With the current effort to draw attention to one of Plymouth’s overlooked Revolutionary heroes – Mercy Otis Warren – perhaps it’s also time to highlight the home she and her husband shared in our town.

Otis Warren, a friend of Abigail Adams and author of the first full account of the American Revolution, lived at the corner of Main and North streets in the two-story brown building that is currently home to businesses including Edge Pizza, the law offices of Moody and Knoth, and La Vie Luna Apothecary. It is a house with not only a remarkable history but also one that stands as an outstanding example of a rare architectural style: a two-story colonial era building with a gambrel roof.

First the pedigree, which comes directly from the Massachusetts Cultural Resource Information System (MACRIS) maintained by the Massachusetts Historical Society.

The strip of land along Main Street between North and Middle streets was first owned by Nathaniel Morton, Secretary of Plymouth Colony and Gov. Bradford’s nephew, who sold the entire lot in 1675 to John Wood. By 1705 the lot came under the ownership of Thomas Little and remained intact until his death when the large lot was subdivided by his heirs starting in 1726

(Davis, pp. 178, 189). This lot was sold to General John Winslow in 1726 who had the house built. Gen. Winslow was known for his service in the Cuban expedition of 1740 and for his part in the removal of Acadians from Nova Scotia in 1755. He was considered one of the “most distinguished” military leaders of New England during this time (Davis, P. 178).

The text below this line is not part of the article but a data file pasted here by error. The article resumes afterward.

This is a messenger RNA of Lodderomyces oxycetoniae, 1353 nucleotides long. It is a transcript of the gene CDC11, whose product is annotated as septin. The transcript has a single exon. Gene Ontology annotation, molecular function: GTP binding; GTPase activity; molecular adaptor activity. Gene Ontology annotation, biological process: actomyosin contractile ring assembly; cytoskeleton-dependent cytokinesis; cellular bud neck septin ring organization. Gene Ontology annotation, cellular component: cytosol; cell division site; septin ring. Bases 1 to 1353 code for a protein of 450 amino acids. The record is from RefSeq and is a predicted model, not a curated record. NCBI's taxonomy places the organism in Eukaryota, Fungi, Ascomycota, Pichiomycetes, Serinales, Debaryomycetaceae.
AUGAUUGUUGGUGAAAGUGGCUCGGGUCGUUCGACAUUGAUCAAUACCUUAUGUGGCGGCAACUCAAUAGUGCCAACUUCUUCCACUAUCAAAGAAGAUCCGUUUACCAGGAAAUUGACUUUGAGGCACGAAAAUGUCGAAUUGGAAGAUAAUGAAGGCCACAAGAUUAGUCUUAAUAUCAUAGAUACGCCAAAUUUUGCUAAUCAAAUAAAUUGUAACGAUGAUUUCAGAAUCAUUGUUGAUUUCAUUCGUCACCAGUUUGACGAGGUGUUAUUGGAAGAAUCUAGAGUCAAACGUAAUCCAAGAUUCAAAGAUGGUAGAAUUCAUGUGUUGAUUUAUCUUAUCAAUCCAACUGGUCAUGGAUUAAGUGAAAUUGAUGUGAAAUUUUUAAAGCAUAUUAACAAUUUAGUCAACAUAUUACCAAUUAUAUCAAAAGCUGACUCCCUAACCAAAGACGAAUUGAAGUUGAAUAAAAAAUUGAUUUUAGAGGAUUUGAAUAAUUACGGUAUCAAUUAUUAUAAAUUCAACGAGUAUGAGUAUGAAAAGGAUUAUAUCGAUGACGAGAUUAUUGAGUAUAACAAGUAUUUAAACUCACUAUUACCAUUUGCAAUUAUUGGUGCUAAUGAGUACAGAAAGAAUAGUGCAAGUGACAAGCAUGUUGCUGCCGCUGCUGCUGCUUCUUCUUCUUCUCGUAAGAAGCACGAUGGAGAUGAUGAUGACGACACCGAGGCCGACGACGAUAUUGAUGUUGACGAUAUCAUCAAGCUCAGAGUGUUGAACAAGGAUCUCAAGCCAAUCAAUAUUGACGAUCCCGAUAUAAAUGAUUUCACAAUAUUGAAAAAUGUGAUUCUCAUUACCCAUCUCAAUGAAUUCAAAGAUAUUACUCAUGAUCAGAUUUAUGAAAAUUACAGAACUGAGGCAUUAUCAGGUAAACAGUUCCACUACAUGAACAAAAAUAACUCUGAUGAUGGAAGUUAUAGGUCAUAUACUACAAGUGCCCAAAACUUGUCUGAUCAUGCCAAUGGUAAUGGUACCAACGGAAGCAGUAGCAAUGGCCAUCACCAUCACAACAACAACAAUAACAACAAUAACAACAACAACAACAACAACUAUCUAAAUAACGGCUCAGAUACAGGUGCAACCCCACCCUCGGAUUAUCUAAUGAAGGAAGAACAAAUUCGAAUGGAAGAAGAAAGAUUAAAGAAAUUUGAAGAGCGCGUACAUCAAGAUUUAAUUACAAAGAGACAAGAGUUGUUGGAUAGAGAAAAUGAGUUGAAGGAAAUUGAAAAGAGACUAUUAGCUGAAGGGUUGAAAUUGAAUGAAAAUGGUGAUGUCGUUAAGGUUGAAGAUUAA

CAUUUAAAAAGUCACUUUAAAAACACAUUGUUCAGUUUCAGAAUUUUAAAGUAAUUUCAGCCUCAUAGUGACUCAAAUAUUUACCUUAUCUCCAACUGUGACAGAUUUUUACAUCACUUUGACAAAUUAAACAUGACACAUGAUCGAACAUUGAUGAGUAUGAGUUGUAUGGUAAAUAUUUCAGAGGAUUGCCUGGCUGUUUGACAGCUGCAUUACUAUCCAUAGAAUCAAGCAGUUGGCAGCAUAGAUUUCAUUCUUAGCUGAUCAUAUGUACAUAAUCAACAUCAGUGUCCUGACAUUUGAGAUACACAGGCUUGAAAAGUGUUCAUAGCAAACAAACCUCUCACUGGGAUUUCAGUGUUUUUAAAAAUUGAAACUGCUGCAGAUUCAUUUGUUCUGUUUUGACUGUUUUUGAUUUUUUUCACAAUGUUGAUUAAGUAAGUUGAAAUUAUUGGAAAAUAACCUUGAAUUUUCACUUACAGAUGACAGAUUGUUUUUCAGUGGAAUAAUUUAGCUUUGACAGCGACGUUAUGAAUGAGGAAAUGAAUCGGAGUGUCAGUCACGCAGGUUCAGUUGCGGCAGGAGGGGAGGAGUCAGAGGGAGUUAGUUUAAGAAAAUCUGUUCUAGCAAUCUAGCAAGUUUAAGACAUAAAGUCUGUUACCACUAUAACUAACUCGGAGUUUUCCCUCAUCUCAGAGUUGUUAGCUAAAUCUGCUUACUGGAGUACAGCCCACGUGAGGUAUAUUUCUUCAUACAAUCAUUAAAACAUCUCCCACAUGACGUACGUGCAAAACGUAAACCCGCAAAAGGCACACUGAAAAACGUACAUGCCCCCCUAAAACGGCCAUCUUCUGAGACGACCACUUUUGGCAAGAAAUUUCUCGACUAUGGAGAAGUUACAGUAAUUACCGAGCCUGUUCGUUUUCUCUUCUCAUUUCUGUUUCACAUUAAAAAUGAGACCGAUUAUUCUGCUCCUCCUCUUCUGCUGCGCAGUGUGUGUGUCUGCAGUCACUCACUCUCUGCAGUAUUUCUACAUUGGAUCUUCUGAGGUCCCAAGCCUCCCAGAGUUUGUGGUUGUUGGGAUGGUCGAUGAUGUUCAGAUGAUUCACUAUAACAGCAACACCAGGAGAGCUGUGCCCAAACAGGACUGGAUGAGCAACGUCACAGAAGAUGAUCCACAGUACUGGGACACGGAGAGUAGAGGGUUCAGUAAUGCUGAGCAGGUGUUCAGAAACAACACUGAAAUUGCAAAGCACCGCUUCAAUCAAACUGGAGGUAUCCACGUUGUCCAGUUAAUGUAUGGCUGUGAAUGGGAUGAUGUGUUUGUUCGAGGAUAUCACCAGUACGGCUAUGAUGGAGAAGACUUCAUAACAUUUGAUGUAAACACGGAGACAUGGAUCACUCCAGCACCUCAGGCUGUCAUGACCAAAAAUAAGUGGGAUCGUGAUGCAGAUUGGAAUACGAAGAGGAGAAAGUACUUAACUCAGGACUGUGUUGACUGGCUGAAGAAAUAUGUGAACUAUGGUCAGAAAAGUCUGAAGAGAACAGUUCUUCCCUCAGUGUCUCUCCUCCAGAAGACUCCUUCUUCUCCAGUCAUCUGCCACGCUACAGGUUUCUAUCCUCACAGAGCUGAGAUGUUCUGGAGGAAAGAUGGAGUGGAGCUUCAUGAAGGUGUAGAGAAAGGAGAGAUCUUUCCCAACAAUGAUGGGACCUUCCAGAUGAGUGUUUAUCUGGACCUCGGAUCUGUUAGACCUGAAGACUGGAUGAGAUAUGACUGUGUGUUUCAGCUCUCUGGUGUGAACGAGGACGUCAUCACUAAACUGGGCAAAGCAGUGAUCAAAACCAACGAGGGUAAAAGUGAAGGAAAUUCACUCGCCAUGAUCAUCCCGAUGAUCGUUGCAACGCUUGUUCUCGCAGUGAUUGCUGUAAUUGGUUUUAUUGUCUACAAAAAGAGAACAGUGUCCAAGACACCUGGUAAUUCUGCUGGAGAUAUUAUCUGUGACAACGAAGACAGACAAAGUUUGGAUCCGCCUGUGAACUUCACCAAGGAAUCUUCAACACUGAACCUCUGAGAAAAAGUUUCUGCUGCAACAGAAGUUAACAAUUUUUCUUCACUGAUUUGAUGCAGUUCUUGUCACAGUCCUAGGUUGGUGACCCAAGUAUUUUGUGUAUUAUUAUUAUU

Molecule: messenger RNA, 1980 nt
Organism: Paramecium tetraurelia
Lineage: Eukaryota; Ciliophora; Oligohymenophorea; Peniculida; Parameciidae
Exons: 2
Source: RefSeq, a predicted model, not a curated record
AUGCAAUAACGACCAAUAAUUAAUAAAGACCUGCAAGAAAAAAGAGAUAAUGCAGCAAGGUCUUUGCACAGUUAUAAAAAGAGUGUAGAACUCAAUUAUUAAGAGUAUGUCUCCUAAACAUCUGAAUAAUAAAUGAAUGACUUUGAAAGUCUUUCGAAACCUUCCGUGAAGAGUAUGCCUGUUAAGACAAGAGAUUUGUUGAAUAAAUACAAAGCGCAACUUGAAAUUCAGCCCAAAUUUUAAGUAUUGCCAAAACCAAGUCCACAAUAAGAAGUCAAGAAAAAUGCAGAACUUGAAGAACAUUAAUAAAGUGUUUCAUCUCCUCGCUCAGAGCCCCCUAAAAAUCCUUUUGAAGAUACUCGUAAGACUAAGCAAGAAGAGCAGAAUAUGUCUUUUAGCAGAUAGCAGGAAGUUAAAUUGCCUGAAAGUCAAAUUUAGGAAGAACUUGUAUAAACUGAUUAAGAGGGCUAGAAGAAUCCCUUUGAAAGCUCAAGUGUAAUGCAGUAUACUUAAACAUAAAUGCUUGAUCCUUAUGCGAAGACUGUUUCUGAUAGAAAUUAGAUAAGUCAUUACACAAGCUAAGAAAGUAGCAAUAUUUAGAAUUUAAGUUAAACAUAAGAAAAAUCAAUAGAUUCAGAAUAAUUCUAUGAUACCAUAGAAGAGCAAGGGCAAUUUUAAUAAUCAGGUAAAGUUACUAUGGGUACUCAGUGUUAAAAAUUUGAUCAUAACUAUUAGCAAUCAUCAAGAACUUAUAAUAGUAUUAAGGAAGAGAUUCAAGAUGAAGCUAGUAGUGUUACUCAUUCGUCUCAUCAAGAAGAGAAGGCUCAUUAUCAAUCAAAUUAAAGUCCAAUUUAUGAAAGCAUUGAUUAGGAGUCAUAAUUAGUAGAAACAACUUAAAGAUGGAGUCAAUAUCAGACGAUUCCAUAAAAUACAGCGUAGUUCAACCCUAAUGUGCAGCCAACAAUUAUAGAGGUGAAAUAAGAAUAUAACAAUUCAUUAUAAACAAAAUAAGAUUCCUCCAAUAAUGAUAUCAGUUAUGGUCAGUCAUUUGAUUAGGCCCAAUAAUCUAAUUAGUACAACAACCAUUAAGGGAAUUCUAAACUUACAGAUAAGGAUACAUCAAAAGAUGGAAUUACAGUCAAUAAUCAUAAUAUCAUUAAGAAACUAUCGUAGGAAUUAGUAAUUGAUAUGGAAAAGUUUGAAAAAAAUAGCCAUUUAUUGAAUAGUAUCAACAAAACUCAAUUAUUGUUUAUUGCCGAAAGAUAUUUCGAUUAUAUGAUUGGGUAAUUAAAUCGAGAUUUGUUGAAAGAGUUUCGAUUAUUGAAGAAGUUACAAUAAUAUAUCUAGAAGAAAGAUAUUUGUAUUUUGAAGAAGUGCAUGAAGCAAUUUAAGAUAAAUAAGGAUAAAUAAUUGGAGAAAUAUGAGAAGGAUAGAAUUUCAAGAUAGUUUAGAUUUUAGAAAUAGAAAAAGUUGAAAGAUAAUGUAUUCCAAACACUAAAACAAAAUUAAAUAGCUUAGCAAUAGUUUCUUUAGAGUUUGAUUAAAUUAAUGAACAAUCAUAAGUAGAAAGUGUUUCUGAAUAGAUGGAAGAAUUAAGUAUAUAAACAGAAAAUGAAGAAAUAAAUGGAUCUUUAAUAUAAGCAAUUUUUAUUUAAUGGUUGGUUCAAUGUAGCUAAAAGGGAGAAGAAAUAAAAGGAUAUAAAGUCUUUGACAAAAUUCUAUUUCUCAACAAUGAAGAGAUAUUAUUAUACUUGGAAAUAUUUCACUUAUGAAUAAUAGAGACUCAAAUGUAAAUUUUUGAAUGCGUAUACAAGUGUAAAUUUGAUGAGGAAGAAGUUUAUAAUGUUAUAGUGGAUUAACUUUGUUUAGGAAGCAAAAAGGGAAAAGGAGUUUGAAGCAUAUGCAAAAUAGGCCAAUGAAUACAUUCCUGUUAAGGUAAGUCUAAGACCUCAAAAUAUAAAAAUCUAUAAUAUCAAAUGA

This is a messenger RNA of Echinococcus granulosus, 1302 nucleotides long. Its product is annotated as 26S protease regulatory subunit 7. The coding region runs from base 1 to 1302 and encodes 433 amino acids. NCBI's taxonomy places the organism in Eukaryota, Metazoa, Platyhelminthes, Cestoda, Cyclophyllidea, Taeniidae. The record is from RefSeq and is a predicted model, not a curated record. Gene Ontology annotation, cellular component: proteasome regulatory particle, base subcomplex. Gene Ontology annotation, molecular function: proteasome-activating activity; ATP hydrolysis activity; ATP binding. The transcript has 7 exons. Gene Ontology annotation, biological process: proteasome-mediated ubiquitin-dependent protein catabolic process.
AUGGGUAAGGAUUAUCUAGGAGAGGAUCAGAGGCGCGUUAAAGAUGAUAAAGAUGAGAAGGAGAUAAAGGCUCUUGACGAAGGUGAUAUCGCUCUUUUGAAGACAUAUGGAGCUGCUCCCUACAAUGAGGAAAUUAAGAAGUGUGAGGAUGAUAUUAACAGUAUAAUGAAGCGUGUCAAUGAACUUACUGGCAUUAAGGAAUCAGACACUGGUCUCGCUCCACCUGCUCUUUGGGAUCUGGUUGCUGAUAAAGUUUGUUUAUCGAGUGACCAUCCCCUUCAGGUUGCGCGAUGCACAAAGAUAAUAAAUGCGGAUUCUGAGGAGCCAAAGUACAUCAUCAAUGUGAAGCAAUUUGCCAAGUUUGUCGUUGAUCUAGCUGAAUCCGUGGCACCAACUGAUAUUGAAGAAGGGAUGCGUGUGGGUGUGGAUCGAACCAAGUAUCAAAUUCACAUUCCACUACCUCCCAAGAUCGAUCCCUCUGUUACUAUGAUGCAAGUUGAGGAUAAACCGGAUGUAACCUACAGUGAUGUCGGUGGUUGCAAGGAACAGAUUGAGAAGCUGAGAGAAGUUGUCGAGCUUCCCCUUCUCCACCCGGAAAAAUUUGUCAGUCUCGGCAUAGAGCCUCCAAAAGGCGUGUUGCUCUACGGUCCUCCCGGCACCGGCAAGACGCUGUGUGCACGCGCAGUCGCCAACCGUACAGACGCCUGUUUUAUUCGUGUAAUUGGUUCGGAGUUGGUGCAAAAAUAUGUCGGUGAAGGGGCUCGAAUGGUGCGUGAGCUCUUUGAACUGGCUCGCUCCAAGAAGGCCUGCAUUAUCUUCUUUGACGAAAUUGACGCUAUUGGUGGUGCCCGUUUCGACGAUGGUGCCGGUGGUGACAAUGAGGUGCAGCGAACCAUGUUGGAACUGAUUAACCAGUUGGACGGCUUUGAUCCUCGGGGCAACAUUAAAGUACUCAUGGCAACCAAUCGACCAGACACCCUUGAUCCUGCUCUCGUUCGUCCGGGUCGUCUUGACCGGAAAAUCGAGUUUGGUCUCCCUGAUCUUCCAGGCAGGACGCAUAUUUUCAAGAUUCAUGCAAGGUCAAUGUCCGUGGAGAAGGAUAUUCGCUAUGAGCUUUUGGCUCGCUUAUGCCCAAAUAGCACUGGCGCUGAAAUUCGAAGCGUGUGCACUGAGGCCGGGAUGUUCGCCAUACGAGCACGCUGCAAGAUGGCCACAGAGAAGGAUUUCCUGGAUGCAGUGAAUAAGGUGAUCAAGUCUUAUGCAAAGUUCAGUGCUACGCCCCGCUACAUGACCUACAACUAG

In 1737 Gen. Winslow sold it to James Warren and it became known as the Warren Lot, which included a portion of North Street.

Mrs. Mercy Otis Warren wrote a history of the American Revolution and “carried on correspondence with John Adams” while she lived here (Davis, p. 178). The Warren Lot remained intact in the Warren family until 1832 when it was sold to Nathaniel Russell.”

Now to the house’s distinguishing feature: A gambrel roof is a sloped roof with two surfaces of different angles on each side of the main ridge beam. In the United States, they are also called Dutch roofs. The origins and history are lost to time but the gambrel roof that is common in North America is thought to have originated here rather than in Europe. 

While often seen on simple Cape Cod style homes, the two-story version is a much rarer animal. There are pockets in New England where this building feature can be seen, as well as in the greater Philadelphia area and Tidewater Virginia. Apart from Plymouth, other New England examples can be found nearby in Kingston and, farther afield, in pockets from Newport, R.I. to Salem, Boston, Deerfield and its surrounding communities of the Connecticut River Valley.

The 1794 Tribble House overlooks Brewster Gardens. Credit: (Photo by Mark Pothier)

So why did certain areas end up with such distinguished roofs? Well, follow the money.

First, building such a house required a housewright. The housewright was a term used to describe an early home builder and carpenter. When the two-story gambrel began to appear, it wasn’t something that could be constructed without professional help. Like today, hiring a housewright was not an inexpensive option.